Texas is the leading state in the union when it comes to greenhouse gas emissions, accounting for nearly 10 percent of the total, and producing more carbon pollution than most countries, including Canada and Britain. It's about to get worse. Energy utility TXU has plans to build 11 new coal-fired power plants in the state in the next five years -- each and every one of them a conventional pulverized coal plant. Even though TXU promises to install state of the art pollution control to limit smog-forming emissions, emissions of carbon dioxide would soar. Time magazine reports.
Monday, October 02, 2006
Just three percent of the country's tall grass prairies remain, but the Boston Globe reports that, "grasslands protected under the Conservation Reserve Program are likely to be used to cultivate corn or other crops as part of next year's farm bill." The reason: Ethanol.
Interest in biofuels is on the rise, especially in the corn belt, where many farmers are beginning to cash in on the new industry. As USAToday reports:
There are 105 ethanol plants in operation [in the Midwest]; almost half are owned by local farmers, according to the Renewable Fuels Association, an industry group. Forty-one more are under construction, and seven are expanding. Capacity is 5 billion gallons a year. When the new plants are running, that number will grow to 7.9 billion.That may be a good thing in terms of reducing oil imports, but it's hardly the whole solution. According to a recent study from the University of Minnesota, diverting the entire U.S. corn and soybean harvest into biofuels would barely dent overall demand, offsetting only about about 12 percent of gasoline demand and 6 percent of diesel demand.
The impacts of soaring demand for biofuels are already being felt around the globe. As Jeffrey McNeely, chief scientist at the World Conservation Union notes:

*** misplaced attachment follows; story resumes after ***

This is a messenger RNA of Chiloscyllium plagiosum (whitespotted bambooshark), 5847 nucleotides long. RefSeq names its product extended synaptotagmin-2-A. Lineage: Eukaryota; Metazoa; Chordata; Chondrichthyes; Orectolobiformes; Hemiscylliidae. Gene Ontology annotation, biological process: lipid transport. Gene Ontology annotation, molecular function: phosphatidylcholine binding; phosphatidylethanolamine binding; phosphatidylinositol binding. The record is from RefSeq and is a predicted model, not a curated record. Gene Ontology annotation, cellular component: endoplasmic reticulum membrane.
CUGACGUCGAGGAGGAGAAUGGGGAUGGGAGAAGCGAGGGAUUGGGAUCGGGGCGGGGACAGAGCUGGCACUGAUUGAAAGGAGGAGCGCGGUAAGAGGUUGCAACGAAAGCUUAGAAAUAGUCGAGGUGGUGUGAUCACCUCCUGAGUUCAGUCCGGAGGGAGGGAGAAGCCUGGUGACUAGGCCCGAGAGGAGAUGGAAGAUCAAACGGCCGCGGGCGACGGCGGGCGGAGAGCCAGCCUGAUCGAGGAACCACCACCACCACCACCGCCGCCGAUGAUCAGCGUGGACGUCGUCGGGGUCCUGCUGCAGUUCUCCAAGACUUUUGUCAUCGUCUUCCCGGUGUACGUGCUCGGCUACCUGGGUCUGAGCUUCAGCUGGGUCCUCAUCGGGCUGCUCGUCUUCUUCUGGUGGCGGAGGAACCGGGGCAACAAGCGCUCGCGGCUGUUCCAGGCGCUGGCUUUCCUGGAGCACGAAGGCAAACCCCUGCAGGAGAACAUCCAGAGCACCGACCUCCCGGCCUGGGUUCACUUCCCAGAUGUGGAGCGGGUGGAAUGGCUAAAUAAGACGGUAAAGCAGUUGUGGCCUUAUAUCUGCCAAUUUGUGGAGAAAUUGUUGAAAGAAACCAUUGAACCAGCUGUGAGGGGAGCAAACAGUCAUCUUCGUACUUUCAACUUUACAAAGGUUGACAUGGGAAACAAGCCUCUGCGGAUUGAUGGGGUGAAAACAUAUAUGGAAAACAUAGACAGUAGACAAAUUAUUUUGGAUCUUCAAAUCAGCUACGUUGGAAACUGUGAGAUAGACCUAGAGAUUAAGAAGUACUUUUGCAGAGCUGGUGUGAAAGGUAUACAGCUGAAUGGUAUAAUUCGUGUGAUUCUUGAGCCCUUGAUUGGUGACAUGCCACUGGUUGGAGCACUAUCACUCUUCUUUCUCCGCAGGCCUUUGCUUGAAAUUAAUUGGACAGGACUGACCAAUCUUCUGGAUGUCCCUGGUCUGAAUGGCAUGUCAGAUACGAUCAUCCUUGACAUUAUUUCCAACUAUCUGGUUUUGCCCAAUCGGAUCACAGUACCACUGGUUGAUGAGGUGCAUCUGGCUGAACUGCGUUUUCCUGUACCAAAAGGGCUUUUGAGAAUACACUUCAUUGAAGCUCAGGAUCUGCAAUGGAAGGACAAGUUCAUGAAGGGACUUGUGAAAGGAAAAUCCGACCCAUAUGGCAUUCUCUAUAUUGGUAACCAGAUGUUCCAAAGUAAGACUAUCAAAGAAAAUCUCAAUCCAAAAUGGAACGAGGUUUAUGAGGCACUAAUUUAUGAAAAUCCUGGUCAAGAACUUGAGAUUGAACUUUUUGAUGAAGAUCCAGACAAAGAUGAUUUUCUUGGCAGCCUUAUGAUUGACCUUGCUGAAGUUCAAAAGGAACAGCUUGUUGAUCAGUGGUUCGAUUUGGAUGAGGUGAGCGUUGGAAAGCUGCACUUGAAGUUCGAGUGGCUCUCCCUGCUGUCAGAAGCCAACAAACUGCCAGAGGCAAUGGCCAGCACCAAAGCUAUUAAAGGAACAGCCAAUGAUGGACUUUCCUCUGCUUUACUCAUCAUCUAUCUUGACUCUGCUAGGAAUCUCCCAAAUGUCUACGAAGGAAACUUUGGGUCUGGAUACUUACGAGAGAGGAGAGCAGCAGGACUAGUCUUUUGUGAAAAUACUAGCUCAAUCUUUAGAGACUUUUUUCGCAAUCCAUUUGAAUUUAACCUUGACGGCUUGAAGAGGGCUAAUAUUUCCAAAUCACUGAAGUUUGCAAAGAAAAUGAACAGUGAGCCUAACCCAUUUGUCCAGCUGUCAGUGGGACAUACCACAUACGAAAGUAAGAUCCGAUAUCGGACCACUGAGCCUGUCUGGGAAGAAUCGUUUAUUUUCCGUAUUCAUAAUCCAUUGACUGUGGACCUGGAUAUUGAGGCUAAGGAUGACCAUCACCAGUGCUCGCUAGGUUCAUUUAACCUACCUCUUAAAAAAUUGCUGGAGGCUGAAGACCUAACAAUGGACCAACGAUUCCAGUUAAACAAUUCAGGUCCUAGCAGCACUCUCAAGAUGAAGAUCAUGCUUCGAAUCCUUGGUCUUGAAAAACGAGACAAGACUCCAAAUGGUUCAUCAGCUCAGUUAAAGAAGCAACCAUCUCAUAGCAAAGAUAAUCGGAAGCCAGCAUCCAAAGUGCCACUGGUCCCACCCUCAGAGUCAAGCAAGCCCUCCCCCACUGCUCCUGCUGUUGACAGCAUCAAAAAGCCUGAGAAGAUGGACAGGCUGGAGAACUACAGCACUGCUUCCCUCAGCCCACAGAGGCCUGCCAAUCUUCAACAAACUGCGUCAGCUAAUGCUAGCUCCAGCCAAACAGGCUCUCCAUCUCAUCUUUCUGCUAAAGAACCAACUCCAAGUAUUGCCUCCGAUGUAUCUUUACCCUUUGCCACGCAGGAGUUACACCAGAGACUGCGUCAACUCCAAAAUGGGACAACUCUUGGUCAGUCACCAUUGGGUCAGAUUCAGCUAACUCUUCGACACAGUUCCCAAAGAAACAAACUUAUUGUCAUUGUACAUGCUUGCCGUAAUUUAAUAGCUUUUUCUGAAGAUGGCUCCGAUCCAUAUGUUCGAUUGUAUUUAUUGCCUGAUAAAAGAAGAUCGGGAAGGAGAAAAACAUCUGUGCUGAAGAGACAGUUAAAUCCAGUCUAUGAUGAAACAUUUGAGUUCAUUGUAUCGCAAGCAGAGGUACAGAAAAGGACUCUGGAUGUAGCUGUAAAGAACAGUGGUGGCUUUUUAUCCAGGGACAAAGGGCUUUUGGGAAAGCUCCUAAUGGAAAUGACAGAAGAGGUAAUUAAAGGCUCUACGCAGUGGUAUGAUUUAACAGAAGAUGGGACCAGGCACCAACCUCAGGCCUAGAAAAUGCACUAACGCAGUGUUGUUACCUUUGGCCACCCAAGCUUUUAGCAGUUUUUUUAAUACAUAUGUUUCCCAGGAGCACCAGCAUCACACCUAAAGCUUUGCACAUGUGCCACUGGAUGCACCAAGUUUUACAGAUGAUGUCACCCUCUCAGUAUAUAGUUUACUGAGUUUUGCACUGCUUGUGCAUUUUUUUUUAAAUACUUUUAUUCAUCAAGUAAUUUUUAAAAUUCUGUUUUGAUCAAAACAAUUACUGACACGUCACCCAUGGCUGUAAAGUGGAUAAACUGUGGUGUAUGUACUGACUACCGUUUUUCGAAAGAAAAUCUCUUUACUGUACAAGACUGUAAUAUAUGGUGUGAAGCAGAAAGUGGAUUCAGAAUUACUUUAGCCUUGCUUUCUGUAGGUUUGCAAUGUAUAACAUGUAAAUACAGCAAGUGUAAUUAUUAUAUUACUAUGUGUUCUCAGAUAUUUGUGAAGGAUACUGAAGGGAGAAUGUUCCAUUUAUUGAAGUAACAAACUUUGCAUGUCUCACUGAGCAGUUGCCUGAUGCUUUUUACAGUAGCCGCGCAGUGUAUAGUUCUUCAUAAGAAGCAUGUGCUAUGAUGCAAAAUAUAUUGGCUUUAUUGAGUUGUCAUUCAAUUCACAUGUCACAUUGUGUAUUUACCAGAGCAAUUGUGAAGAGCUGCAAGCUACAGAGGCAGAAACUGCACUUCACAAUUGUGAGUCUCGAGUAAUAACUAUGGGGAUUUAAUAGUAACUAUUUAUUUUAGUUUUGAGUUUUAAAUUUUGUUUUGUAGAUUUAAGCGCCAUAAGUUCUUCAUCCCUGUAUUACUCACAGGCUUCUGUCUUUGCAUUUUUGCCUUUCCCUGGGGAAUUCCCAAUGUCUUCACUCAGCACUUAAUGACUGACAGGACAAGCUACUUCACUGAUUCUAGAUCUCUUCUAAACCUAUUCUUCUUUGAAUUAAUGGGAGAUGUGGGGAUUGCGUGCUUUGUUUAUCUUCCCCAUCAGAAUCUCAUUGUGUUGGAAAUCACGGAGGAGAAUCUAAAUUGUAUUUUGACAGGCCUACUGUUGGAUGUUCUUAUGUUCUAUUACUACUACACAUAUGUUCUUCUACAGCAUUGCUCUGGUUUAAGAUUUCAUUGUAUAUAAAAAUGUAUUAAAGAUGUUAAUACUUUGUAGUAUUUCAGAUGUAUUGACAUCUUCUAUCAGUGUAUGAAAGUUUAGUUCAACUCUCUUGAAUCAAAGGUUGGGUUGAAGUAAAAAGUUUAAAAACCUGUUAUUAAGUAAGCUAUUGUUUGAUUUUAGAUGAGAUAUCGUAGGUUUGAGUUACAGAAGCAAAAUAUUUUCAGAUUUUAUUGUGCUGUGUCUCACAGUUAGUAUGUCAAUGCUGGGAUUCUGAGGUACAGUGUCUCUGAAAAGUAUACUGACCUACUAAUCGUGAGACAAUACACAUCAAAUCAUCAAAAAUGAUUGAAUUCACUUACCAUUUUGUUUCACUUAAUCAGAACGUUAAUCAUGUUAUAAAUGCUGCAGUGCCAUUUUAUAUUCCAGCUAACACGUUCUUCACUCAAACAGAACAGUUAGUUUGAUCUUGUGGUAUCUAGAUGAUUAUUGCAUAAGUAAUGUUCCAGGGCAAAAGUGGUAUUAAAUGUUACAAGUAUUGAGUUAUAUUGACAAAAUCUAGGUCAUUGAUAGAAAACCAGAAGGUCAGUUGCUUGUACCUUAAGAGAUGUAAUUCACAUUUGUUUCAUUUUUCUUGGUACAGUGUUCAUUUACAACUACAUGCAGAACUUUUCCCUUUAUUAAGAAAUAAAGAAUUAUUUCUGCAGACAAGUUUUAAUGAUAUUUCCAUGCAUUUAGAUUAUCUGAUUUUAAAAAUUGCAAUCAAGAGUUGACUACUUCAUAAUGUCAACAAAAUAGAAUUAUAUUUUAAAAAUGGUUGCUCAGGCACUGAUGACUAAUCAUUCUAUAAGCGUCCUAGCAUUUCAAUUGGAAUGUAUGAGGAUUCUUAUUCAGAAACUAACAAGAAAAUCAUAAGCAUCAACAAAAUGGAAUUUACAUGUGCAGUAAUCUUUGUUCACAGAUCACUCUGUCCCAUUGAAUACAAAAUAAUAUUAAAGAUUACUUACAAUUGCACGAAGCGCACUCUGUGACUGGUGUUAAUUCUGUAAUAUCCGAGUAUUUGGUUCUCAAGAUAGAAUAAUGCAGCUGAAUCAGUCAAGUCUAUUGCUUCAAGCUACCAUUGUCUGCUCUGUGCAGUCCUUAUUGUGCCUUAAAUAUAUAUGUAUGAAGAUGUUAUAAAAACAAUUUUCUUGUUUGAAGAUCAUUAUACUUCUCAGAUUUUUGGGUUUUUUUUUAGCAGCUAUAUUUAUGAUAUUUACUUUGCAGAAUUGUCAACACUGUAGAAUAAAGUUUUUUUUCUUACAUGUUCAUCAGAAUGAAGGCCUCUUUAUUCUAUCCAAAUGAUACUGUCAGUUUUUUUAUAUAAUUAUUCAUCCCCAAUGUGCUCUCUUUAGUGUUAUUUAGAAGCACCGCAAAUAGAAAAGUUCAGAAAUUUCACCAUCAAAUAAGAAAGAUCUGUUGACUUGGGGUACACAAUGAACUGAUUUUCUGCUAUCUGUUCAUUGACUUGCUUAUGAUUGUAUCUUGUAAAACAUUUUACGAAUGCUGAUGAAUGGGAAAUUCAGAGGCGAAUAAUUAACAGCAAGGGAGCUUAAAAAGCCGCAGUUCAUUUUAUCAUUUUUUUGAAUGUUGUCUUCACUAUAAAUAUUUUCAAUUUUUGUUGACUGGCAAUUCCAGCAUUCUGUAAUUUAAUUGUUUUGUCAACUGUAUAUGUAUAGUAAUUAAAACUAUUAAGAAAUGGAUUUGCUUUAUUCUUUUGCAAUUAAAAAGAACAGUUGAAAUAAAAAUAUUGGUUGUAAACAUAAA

With just 10% of the world's sugar harvest being converted to ethanol, the price of sugar has doubled; the price of palm oil has increased 15% over the past year, with a further 25% gain expected next year.Rising prices in turn inspire more land conversion. Parts of the Amazon are being cleared to plant soy and sugar, and, in Indonesia, tropical forest is right now being burned to clear land for palm oil, transforming what should be a carbon sink into a carbon polluter.
Clearly, if biofuels are to be part of the answer to our energy and climate crises, their adoption will have to be managed more carefully so as not to do more harm than good. In the meantime, we should take the more meaningful step of reducing fuel use by raising fuel economy standards. Don't you think?
Dept. of Bright Ideas
In 1972, they dropped some two million tires across 36 acres of ocean off the coast of Florida with the idea that it would become an artificial reef.
It didn't work. Oops.
Can we afford to address climate change? President Bush has repeatedly said no. But many mainstream critics are now countering that argument. In fact, they say, we can't afford not to. That's the upshot of this analysis from United Press International, based on reports from the British Treasury and the U.S. industry consultants, PricewaterhouseCoopers. Thematically, the story dovetails nicely from this item from today's Wall Street Journal. A subscription is required to read the article, but here's the headline and plug.
"Why Beijing is trying to tally the hidden costs of pollution as China's economy booms." A two-year 'green accounting' study indicates the nation's rampant pollution problem is quietly undermining long-term economic growth.